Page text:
Christ the King

First slide

As we do every year on the last Sunday before Advent, this Sunday the universal church celebrates the Solemnity of Christ the King. It is a reminder that Jesus Christ reigns over all of creation. Considering that this life is marked by sin and suffering, the truth of Our Lord’s sovereignty brings us peace, for we are comforted knowing that just as Jesus Christ gained our salvation through the horror of the cross, He also brings the fulfillment of the Kingdom of God through the struggles and sorrows of this life.

The Gospel this Sunday portrays another aspect of the kingship of Jesus — His final judgment at His Second Coming. Some may be familiar with the Latin phrase memento mori, meaning “remember death,” which reminds us that our time on earth is limited. Contemplated apart from our faith, this thought encourages us to focus on what is truly important in our lives.

As Catholics, memento mori has an additional meaning, for it reminds us that we will meet Jesus Christ at the end of this life. He will judge whether we will spend our eternity united with God in heaven or separated from God in hell. Our faith tells us of the particular judgment that comes at the moment of our death and the last judgment that occurs when Jesus comes in glory on the last day.

Jesus describes the scene of the Last Judgment in this Sunday’s Gospel. First, we note that the judgment is based on not only faith, but on the integration of that faith into the life of the believer. “Not everyone who says to me, ‘Lord, Lord,’ will enter the kingdom of heaven, but only the one who does the will of my Father in heaven (Mt 7:21).” We are called to witness our faith in what we say and do. Jesus welcomes those who do works of mercy into eternal life, but denies those who refuse to help their neighbor in need, even if they claim to know Him. In our lives, this causes us to question whether our love for God is reflected in our love for others, especially those in need.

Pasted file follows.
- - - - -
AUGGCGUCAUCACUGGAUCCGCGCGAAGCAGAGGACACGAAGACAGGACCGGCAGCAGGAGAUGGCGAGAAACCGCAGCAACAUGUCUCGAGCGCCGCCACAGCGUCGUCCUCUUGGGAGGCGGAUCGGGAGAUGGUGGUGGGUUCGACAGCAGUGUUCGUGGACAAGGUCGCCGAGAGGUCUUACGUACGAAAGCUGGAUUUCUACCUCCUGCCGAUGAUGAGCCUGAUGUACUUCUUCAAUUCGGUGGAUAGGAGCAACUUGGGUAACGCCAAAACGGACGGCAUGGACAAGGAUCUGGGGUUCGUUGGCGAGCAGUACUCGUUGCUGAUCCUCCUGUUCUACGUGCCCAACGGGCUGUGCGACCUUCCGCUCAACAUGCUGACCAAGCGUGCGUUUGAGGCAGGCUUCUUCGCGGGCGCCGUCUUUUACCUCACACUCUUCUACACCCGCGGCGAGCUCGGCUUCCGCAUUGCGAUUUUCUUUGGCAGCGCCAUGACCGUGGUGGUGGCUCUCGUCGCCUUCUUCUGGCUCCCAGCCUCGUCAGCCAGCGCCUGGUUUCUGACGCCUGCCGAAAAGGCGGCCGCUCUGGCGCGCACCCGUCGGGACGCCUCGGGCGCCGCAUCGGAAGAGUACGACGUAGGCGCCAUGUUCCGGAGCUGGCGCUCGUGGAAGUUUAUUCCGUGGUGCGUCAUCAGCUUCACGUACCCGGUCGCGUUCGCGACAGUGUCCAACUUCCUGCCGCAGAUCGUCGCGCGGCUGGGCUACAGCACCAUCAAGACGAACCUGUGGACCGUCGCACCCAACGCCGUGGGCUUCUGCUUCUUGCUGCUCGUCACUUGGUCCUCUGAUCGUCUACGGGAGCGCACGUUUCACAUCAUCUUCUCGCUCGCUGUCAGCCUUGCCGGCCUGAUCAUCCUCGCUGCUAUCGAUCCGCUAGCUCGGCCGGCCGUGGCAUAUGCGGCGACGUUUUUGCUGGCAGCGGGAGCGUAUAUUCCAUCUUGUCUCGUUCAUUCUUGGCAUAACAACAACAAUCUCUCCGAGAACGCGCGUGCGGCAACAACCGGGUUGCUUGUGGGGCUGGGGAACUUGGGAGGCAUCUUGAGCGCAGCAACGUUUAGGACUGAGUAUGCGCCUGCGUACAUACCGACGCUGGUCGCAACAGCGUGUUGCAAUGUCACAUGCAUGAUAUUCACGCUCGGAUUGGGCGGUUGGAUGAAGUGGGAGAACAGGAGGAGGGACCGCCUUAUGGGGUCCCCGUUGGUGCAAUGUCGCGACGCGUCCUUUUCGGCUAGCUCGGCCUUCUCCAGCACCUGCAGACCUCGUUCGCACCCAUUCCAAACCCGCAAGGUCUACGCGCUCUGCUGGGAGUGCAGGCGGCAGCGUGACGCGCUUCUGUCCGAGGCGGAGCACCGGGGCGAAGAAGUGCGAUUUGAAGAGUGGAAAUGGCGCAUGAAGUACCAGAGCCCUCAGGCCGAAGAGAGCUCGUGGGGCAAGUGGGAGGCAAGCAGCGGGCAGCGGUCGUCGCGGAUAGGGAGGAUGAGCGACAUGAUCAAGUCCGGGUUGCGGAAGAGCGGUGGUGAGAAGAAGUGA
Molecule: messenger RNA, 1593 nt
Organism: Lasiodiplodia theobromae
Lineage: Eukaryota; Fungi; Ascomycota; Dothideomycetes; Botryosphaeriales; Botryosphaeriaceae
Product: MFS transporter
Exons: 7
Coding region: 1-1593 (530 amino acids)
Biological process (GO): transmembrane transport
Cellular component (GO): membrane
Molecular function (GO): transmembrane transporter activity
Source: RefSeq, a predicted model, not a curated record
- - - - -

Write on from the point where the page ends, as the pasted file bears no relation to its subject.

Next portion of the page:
The description of the Last Judgment also reveals that when we serve our neighbor we are serving Jesus Himself. Those confronted with this truth ask, “Lord, when did we see You hungry and feed You, or thirsty and give You drink?” To which He replies, “Whatever you did for one of these least brothers of Mine, you did for Me.” We benefit in knowing that we encounter Jesus when in our encounters with others, especially the poor, the ill, the stranger and all in need. The more we believe this truth, the more we freely offer respect, dignity and charity to everyone we encounter. This is how we grow to love as God loves.

Finally, reflecting on our Final Judgment may cause us some amount of anxiety. The idea of Jesus, who knows the words, thoughts and actions we keep hidden from everyone else, judging our whole life cannot help but lead to some fear that we will be found wanting. This fear can lead us to contrition and conversion of life, but we are not meant to live in fear, but in faith and freedom. Yes, we should have sorrow for our sins and seek God’s forgiveness and the forgiveness of others. We also know that Jesus judges perfectly not solely because He is truth, but also because He is mercy. By becoming incarnate Jesus came to know intimately our struggles and temptations, and He alone can weigh the knowledge and freedom we have to do good or evil in every situation.

We are blessed that Jesus Christ is our Judge, so let us not see the Second Coming of our Savior as something to be feared. Our King comes to bring eternal joy to all who believe in Him. May we live in faith, hope and love that we will welcome Him with joy on that glorious day.

Fr. Wagner is Arlington Bishop Michael F. Burbidge’s secretary.

© Arlington Catholic Herald 2017